Comparative efficacy and mechanism of action of cardiac progenitor cells after cardiac injury

Muthukumar Gunasekaran, Rachana Mishra, Progyaparamita Saha, David Morales, Wen Chih Cheng, Arun R. Jayaraman, Jessica R. Hoffman, Lauran Davidson, Ling Chen, Aakash M. Shah, Gregory Bittle, Xuebin Fu, Antariksh Tulshyan, Mohamed Abdullah, Tami Kingsbury, Curt Civin, Peixin Yang, Michael E. Davis, Roberto Bolli, Joshua M. HareSudhish Sharma*, Sunjay Kaushal*

*Corresponding author for this work

Research output: Contribution to journalArticlepeer-review

5 Scopus citations


Successful cell therapy requires cells to resist the hostile ischemic myocardium, be retained to continue secreting cardioprotective growth factors/exosomes, and resist immunological host responses. Clinically relevant stem/progenitor cells in a rodent model of acute myocardial infarction (MI) demonstrated that neonatal cardiac mesenchymal stromal cells (nMSCs) provide the most robust cardiac functional recovery. Transplanted nMSCs significantly increased the number of tissue reparative macrophages and regulatory T-cells and decreased monocyte-derived inflammatory macrophages and neutrophils in the host myocardium. mRNA microarray and single-cell analyses combined with targeted depletion studies established CD47 in nMSCs as a key molecule responsible for cell retention in the myocardium through an antiphagocytic mechanism regulated by miR34a-5p. Gain and loss-of-function studies demonstrated that miR34a-5p also regulated the production of exosomes and cardioprotective paracrine factors in the nMSC secretome. In conclusion, miR34a-5p and CD47 play an important role in determining the composition of nMSCs’ secretome and immune evasion, respectively.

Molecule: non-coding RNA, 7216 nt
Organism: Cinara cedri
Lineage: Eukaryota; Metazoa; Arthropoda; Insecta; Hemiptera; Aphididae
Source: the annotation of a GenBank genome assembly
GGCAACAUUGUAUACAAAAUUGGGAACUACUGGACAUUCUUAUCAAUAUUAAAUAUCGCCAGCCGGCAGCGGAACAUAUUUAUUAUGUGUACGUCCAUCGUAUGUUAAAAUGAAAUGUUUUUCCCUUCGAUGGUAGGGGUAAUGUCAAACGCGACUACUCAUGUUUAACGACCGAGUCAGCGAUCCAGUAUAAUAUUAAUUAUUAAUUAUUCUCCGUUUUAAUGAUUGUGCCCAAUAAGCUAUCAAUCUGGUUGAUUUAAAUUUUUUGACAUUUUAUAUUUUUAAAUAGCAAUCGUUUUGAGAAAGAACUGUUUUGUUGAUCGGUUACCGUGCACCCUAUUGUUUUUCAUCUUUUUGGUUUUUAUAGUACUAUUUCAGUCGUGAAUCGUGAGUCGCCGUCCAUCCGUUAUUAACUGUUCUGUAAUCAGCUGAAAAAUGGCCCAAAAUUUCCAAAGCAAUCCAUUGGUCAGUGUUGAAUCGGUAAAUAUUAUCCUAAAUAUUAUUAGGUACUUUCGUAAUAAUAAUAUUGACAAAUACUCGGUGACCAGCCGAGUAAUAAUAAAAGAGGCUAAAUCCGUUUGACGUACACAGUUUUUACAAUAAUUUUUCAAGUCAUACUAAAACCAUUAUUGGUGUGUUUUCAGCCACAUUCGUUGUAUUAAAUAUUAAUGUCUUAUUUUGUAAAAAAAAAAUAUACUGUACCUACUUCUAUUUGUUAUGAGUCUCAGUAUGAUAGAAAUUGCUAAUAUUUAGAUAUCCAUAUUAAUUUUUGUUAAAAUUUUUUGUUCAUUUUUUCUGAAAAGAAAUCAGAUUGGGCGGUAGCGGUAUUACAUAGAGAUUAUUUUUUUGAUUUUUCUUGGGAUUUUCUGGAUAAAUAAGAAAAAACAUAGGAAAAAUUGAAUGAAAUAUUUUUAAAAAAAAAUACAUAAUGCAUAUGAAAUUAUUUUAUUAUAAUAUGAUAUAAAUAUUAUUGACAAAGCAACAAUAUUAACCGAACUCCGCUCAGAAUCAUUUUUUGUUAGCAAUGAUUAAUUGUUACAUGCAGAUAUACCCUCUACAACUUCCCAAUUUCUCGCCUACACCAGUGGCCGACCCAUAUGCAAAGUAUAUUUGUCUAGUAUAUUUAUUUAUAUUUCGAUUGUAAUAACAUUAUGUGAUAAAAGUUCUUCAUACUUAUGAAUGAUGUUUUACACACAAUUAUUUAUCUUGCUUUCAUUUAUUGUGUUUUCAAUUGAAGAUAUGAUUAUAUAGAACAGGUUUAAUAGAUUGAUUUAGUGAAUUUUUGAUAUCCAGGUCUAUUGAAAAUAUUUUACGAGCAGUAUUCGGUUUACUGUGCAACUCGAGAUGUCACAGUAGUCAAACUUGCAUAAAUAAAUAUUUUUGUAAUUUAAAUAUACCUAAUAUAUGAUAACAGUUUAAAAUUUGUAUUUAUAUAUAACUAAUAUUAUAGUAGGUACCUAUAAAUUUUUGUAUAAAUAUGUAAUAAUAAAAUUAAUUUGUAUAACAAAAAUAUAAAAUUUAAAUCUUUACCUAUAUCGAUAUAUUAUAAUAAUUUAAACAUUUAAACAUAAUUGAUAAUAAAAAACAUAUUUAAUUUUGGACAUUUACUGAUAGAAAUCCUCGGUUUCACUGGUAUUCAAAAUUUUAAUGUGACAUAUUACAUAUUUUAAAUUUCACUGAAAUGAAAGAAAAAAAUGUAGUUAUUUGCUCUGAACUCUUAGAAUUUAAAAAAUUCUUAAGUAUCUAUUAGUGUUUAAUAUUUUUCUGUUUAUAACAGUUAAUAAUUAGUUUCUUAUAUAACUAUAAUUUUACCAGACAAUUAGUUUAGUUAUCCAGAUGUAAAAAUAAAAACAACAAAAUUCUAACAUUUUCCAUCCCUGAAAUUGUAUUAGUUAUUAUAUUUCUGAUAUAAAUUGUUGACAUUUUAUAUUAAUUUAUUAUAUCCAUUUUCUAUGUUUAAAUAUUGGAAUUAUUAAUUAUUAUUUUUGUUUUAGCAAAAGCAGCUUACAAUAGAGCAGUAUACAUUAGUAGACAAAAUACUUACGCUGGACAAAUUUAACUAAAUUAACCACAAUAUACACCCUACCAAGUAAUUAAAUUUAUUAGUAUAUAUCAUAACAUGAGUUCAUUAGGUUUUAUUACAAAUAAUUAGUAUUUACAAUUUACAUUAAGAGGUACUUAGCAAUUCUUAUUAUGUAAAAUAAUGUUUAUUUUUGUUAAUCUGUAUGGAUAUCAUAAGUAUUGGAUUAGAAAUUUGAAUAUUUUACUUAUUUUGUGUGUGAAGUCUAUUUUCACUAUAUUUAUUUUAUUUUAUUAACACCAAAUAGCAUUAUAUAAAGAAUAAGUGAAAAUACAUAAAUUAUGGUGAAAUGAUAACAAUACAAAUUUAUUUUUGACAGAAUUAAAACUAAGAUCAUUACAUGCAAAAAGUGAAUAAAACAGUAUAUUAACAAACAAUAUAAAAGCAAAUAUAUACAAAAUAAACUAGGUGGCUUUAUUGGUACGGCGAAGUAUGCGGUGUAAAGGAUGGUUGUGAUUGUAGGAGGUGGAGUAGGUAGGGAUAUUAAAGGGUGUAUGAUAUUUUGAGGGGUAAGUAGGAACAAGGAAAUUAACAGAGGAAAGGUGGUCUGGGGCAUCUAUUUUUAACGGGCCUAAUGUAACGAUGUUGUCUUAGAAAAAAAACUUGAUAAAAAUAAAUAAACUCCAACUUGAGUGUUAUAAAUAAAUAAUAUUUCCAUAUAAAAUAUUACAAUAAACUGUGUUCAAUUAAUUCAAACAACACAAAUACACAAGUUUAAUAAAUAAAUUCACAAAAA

Original languageEnglish (US)
Article number104656
Issue number8
StatePublished - Aug 19 2022


  • Cell biology
  • Molecular biology
  • Molecular medicine
  • Stem cells research

ASJC Scopus subject areas

  • General


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